Retail $34.50 but the sale price right now is $24.52
Unboxing: One of the first things I noticed out of the box is that the cable is still joined together all the way to the ear pieces, and it's up to you to peal apart the left and right sides of the cable into a "Y" split to insert each earpiece in your ears. Fortunately, the cable does have an integrated plastic square to keep the y-split from dividing the cable past about 12" along from earpiece to the Y-junction. A shirt clip was included, along with a pair of metal screw-on sound-nozzle screens called "bass filters" which I elected not to use. The Betas also come with a few different tips, including some clear and orange single flange silicone tips, orange foam tips, and clear silicone bi-flange tips. I think there may have been a pouch as well, which I misplaced right away.
Tip Selection: The orange silicone were installed before shipping, but they gave the Betas too much of a "cupped hands" midrange, and upon switching to the bi-flange tips this improved immediately but didn't resolve completely. The bi-flange tips look like the same ones that came with my head-direct RE2 (lost) and RE252, which I also like on other IEM including the Sennheiser IE8. The frequency balance was better with the bi-flange tips and isolation was decent, but not enough to block out the TV in the background. The included foam tips are a medium size that fit my ears but the seal/isolation was not any better than with the bi-flange tips.
However, the foam tips resulted in an even further reduction in the "cupped hands" mids with a small drop in treble energy in return. I had planned to skip the included foam tips, and I don't usually use them unless there is no other choice (i.e. Denon C700) because I like to do a quick one handed insertion without having to roll foam tips between my fingers first. I used the bi-flange and foam tips for the review, but using the stock orange foam tips was a late discovery, as I typically have always preferred bi-flange tips and stopped at that point for a while. After I removed the betas from my ears and left a foam tip stuck inside my ear canal I went back to the bi-flange tips without a big sacrifice in sound. Also, I had to use them with the cable over-the-ears to reduce cable micro-phonics, since I often find shirt clips to be cumbersome and catch on things.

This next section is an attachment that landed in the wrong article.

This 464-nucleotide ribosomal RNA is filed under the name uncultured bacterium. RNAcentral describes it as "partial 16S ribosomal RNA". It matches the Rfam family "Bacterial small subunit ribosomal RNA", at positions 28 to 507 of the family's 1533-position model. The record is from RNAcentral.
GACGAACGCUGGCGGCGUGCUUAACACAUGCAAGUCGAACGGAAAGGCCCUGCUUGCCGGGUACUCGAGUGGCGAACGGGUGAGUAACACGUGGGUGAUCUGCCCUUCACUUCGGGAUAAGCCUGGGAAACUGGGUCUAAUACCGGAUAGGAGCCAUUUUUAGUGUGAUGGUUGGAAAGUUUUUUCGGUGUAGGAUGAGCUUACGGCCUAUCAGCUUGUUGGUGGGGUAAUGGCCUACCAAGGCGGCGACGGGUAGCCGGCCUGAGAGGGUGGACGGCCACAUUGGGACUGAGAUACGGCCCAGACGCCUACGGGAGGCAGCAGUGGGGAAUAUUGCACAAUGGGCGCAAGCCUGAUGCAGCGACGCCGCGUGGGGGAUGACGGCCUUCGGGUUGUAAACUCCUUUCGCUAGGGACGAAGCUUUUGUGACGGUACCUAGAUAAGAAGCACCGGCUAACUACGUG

Sound: Still, out of the box despite the improvement with new ear tips, I could tell they needed burn-in to have any hope of entertaining me. After just 24-48 hours there was a noticeable improvement, but they seemed to need about 150-200 hours total to finish burn-in and even out with no more changes. I compared the Betas to 4 other dynamic driver earphones in the $15 - $100 street price range, including JVC FX33 Marshmallows, Nuforce NE-7M, Maximo iMetal iP-HS5, and my trusty Denon AH-C700 that I have had since 2007. My RE2 have gone missing and my son left the NE-8 at grandmas, so they were not compared, but they are both bass-lite earphones that like to be amped for more bass. I had to use Shure E2c silicone tips with the NE-7M (fills out bass and mids), and Complys T400 foam tips with the Denon (controls bass and sibilance) in order to get the best sound out of them for my comparisons. I used my iPhone 3GS for most of my listening to 320K MP3 files, which drives them all well, but I did find that they improved when using a USB DAC Amp with my Macbook Pro and lossless files in iTunes (overkill, but it made a difference for the better). The Betas could be amped to extremely loud volume levels with pounding bass, without breaking up the sound; and with an amp the bass did tighten up a bit as well. The smaller soundstage and tonal balanced was better suited to electronic or new age music and rock than classical, but I also felt they held up with jazz, folk and guitar vocal music.
Bass: The Betas bass is fairly strong and closest to the heavier levels of the Denon C700, although the Betas bass control is a little woolier or less controlled sounding like the Marshmallows. In that regard, these earphones also have have higher levels of bass impact but less bass control and detail than the Nuforce NE-7M or Maximo iP-HS5. The Nuforce bass levels are a little lower than the Betas but higher than the Maximo, which I would still not call bass-lite. So, bass-heads will enjoy the Betas' bass volume and impact, and after extended burn-in the bass extension is also good and remains quite strong at 20 Hz with no roll-off (and felt easily at 16 Hz). I have to say I was having fun with the Betas bass and did not want for more.